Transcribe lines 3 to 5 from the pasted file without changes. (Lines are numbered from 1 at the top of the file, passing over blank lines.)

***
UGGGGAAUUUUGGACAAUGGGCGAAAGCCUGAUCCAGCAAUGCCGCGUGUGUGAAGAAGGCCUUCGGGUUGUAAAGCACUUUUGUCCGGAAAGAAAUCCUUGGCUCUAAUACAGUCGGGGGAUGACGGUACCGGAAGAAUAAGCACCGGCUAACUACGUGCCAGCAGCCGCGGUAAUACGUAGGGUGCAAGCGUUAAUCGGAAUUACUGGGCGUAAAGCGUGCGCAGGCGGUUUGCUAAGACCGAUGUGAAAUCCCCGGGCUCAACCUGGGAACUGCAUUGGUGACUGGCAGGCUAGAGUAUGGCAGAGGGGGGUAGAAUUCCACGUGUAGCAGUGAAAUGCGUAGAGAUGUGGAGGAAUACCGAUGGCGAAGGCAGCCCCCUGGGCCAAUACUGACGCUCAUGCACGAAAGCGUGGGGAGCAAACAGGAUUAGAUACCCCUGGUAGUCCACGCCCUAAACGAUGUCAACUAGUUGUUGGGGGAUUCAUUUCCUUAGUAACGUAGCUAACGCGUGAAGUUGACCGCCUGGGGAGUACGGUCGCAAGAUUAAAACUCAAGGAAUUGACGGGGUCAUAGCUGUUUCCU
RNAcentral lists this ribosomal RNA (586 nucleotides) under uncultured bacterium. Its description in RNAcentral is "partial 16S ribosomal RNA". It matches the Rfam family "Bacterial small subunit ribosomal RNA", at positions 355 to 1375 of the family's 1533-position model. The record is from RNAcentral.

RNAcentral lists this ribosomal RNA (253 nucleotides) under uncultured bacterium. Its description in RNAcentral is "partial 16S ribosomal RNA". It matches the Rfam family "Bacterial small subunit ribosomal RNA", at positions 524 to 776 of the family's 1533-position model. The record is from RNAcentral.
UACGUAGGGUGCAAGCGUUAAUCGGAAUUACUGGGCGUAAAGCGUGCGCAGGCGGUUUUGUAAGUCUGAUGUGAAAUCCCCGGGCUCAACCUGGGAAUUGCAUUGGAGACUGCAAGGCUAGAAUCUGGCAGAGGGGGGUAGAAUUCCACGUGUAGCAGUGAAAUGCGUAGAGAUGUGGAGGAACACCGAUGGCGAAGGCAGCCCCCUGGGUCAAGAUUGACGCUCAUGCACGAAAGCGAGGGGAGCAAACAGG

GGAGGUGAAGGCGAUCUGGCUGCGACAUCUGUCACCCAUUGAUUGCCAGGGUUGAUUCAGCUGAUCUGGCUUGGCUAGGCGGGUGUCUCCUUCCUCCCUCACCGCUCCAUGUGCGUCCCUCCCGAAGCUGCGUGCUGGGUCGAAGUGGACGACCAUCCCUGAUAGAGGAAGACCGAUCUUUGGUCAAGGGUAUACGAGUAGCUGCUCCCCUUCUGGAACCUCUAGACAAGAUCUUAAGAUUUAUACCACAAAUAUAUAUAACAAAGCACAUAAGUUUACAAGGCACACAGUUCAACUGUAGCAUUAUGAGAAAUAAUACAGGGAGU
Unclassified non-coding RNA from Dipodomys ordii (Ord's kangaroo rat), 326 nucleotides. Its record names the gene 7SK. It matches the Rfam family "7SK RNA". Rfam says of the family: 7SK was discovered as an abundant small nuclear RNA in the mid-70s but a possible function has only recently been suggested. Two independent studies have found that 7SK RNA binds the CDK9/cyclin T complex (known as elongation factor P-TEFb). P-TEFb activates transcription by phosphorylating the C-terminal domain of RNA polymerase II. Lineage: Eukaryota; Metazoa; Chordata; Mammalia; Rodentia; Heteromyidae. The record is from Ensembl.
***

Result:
RNAcentral lists this ribosomal RNA (253 nucleotides) under uncultured bacterium. Its description in RNAcentral is "partial 16S ribosomal RNA". It matches the Rfam family "Bacterial small subunit ribosomal RNA", at positions 524 to 776 of the family's 1533-position model. The record is from RNAcentral.
UACGUAGGGUGCAAGCGUUAAUCGGAAUUACUGGGCGUAAAGCGUGCGCAGGCGGUUUUGUAAGUCUGAUGUGAAAUCCCCGGGCUCAACCUGGGAAUUGCAUUGGAGACUGCAAGGCUAGAAUCUGGCAGAGGGGGGUAGAAUUCCACGUGUAGCAGUGAAAUGCGUAGAGAUGUGGAGGAACACCGAUGGCGAAGGCAGCCCCCUGGGUCAAGAUUGACGCUCAUGCACGAAAGCGAGGGGAGCAAACAGG

GGAGGUGAAGGCGAUCUGGCUGCGACAUCUGUCACCCAUUGAUUGCCAGGGUUGAUUCAGCUGAUCUGGCUUGGCUAGGCGGGUGUCUCCUUCCUCCCUCACCGCUCCAUGUGCGUCCCUCCCGAAGCUGCGUGCUGGGUCGAAGUGGACGACCAUCCCUGAUAGAGGAAGACCGAUCUUUGGUCAAGGGUAUACGAGUAGCUGCUCCCCUUCUGGAACCUCUAGACAAGAUCUUAAGAUUUAUACCACAAAUAUAUAUAACAAAGCACAUAAGUUUACAAGGCACACAGUUCAACUGUAGCAUUAUGAGAAAUAAUACAGGGAGU